Today, Bunch said, the college is plagued by the student debt crisis, declining federal and state funding and a perception among many people who didn’t earn degrees — some of whom live a stone’s throw from their community college — that the institutions are wildly out of touch.

Bunch suggested that colleges help develop a system “that’s maybe a little less obsessed with creating winners and losers” — in other words, a shift toward meritocracy and opportunity.

What else contributes to the political divide over the university? Research has shown that a college degree, especially in the social sciences, can mediate a person’s beliefs about race and gender in ways that make people less likely to vote for Republican candidates.

This dynamic was highlighted in the 2016 election, which was characterized by “extraordinarily explicit rhetoric of race and gender,” according to an article by Tatishe M. Nteta, an associate professor of political science at the University of Massachusetts, Amherst. The paper found that people with college degrees were less likely to express negative views about racial groups than people without degrees.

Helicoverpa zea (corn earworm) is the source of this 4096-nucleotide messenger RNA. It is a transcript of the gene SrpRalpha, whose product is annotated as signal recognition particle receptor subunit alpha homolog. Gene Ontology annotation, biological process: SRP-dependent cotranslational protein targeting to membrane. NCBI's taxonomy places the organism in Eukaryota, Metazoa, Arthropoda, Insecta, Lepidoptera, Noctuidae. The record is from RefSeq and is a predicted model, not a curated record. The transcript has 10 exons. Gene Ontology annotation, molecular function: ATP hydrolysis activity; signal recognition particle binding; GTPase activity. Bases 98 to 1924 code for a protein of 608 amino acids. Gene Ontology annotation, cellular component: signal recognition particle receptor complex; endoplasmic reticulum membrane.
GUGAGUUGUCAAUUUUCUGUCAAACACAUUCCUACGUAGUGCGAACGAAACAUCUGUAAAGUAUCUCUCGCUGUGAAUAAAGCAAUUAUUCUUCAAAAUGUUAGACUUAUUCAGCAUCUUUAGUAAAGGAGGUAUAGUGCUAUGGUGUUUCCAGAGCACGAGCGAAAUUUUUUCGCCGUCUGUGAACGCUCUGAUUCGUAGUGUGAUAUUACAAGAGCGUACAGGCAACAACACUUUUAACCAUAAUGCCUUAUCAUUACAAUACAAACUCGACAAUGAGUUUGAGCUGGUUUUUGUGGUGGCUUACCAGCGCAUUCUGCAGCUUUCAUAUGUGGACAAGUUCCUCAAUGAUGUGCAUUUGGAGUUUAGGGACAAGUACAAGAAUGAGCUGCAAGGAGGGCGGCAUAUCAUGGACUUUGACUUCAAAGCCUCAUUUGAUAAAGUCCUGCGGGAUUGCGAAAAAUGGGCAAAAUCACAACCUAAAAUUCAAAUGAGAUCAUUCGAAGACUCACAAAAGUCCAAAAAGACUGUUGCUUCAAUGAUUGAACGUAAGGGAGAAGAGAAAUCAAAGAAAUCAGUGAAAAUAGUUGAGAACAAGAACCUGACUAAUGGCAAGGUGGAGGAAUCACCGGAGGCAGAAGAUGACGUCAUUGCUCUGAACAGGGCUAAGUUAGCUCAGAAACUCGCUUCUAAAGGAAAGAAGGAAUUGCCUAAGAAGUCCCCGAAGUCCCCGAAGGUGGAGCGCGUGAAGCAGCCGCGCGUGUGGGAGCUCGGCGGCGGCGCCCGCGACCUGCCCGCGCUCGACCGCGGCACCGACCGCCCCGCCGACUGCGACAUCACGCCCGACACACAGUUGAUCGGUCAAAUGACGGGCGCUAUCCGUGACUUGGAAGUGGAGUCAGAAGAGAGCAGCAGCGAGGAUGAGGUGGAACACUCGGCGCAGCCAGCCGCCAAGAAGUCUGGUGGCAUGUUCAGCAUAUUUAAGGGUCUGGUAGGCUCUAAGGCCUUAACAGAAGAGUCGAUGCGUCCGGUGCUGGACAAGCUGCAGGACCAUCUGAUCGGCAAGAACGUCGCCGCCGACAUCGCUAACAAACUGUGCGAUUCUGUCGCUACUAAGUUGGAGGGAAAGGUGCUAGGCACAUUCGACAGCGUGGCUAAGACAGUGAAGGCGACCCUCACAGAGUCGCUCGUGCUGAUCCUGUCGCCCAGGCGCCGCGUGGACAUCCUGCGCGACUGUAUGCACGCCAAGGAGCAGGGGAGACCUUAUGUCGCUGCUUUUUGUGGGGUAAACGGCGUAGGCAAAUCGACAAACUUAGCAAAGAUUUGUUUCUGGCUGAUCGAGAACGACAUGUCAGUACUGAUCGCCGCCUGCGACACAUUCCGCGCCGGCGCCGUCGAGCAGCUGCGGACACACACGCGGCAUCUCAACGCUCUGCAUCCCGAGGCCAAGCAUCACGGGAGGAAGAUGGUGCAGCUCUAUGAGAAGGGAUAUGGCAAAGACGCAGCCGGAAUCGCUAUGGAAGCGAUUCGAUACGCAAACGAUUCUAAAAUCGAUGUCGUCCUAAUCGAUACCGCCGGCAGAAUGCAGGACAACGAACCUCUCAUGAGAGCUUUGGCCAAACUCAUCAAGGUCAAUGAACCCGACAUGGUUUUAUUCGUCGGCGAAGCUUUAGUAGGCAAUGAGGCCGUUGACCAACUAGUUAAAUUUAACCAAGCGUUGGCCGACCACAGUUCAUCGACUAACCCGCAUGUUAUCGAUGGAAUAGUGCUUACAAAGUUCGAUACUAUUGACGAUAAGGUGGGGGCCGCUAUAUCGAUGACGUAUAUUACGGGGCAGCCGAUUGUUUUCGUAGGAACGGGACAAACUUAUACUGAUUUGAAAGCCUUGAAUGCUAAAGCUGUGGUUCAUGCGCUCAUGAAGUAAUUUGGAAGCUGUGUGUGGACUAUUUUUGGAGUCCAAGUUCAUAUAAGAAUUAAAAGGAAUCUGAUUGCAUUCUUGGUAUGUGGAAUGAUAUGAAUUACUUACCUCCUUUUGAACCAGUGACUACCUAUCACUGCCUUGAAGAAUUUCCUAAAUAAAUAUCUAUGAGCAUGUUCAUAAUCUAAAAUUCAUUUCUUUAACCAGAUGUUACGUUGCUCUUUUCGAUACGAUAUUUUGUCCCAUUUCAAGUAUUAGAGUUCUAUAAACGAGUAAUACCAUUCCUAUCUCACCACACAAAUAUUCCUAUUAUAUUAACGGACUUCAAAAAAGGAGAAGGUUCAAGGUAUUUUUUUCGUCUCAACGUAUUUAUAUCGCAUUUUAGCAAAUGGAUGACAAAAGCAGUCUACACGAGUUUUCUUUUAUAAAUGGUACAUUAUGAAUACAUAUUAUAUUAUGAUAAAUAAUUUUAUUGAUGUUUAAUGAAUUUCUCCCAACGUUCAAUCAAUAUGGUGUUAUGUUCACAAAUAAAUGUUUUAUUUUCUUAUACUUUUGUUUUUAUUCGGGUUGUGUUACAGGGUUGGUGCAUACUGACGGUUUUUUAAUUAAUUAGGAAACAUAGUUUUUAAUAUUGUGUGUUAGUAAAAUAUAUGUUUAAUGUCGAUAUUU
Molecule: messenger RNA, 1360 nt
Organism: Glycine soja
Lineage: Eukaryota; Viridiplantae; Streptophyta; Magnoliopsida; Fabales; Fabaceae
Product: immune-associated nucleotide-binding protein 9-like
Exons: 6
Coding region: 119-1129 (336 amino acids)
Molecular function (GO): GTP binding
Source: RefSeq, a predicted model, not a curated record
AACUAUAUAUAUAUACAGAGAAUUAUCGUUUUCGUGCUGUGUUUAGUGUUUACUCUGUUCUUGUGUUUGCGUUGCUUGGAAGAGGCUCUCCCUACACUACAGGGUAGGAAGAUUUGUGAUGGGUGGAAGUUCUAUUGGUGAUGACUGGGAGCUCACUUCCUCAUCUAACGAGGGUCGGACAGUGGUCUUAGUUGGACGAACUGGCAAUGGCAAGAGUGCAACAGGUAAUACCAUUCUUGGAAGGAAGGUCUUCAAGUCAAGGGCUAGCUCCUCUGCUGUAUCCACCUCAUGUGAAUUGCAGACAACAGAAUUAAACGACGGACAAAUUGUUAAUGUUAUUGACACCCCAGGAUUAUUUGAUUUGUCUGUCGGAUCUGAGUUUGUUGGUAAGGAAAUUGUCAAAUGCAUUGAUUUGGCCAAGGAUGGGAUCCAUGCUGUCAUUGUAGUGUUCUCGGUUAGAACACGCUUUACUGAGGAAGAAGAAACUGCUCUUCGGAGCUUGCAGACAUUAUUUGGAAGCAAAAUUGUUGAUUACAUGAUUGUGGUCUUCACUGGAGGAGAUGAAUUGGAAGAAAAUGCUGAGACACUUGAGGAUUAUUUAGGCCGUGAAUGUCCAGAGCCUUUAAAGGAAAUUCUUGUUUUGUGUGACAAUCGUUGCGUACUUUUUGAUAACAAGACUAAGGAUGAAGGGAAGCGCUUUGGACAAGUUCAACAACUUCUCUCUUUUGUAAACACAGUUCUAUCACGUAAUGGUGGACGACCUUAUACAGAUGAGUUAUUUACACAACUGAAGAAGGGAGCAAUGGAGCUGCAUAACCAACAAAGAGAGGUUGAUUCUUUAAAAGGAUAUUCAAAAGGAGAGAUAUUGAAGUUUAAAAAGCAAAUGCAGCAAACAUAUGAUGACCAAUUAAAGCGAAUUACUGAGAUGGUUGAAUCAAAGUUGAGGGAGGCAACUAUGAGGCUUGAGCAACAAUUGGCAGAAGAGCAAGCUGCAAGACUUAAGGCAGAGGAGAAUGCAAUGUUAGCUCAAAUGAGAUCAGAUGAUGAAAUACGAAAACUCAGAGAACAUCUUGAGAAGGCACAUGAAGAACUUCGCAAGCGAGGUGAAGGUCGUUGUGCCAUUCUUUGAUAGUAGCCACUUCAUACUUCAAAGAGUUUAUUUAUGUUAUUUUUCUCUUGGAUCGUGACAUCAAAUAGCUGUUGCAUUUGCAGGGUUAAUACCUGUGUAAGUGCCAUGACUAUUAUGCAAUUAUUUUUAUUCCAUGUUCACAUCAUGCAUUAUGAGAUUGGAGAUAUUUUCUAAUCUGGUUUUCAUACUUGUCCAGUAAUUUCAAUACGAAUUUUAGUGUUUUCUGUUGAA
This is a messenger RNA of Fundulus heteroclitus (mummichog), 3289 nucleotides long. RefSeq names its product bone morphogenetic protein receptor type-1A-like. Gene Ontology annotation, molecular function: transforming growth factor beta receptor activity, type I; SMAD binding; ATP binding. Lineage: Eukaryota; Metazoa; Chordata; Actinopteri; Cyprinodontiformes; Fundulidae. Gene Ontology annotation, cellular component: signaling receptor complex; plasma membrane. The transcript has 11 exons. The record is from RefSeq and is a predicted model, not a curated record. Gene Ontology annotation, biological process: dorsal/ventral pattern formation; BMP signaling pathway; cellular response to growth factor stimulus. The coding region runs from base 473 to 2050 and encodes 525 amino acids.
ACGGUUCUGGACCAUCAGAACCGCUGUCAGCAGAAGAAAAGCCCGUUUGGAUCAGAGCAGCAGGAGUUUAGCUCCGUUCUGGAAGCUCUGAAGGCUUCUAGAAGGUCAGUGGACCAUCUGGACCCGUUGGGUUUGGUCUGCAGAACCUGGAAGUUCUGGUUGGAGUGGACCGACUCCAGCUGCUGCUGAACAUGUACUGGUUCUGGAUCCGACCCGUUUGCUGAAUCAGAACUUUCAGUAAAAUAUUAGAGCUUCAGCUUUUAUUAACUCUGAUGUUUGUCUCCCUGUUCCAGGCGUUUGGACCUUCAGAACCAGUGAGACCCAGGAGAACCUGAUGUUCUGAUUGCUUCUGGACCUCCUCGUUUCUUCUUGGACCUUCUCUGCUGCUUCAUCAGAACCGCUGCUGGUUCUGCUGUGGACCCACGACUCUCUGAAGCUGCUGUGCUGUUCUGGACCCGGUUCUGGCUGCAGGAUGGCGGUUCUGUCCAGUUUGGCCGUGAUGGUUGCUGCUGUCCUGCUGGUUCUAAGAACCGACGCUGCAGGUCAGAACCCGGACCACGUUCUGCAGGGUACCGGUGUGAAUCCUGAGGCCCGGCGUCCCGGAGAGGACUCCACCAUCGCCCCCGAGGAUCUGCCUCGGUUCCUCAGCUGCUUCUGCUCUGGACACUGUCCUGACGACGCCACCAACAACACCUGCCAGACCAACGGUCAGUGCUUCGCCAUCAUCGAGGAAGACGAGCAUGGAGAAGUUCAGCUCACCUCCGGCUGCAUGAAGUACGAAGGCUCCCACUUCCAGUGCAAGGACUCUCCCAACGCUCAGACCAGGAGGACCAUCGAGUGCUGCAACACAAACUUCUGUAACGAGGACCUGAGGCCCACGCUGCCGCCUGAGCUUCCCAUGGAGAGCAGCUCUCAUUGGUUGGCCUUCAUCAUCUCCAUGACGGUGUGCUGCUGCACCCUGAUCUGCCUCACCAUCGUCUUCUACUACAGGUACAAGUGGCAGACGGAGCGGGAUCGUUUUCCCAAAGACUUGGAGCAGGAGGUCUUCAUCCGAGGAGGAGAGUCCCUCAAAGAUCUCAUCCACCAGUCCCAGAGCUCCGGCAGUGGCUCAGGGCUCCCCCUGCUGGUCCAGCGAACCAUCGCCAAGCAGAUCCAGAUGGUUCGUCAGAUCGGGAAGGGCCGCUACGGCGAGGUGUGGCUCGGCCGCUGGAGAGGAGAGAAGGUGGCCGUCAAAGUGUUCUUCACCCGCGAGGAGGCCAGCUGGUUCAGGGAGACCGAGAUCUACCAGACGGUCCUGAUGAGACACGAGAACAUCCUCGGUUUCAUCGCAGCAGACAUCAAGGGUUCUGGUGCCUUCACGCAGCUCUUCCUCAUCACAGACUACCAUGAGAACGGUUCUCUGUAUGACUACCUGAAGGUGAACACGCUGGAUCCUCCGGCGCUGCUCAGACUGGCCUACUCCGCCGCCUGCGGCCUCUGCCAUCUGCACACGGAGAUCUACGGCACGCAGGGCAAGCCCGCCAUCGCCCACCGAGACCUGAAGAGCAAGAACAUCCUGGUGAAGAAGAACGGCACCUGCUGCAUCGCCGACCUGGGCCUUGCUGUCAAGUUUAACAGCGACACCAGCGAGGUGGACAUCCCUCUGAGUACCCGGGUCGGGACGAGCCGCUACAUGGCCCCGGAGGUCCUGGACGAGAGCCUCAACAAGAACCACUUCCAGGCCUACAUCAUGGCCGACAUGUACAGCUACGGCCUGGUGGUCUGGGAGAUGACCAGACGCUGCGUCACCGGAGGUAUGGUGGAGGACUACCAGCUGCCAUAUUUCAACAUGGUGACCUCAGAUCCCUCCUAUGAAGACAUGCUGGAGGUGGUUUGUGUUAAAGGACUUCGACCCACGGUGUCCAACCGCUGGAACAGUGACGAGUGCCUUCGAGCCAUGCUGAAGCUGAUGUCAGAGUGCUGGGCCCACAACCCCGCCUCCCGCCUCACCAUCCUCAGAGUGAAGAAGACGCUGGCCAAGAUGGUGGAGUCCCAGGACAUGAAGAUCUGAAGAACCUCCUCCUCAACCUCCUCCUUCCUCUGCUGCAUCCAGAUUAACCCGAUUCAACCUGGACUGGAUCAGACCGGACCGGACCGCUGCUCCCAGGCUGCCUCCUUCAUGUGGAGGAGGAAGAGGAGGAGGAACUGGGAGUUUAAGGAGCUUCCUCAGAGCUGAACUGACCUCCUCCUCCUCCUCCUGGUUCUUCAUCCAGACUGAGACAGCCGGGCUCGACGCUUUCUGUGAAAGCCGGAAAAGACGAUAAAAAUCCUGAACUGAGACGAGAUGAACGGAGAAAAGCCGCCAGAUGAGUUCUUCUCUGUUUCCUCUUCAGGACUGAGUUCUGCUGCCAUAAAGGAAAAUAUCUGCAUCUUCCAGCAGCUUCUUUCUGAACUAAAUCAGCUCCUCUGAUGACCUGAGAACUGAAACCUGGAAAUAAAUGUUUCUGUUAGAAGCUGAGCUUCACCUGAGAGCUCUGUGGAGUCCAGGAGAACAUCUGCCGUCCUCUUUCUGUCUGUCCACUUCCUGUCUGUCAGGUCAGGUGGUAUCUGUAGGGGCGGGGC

Republicans and Democrats agree that rural colleges are major employers in these areas. But people in “rural and Rust Belt America” ​​— areas that have voted staunchly Republican over the years — “have come to view higher education as an otherworldly place whose customs and demographics are at odds with their way of life,” wrote David Scobey. Chronicle in 2019. Scobey is the Director of Putting Theory into Practice, a national project to increase civic engagement.

However, there are areas of commonality at the higher level.

Eighty-six percent of Americans agree across all political views that higher education can help advance people’s careers, according to a Public Agenda 2022 survey. 52 percent of Americans believe higher education strengthens the economy. And 51 percent of Americans think democracy would be stronger if more people got college degrees.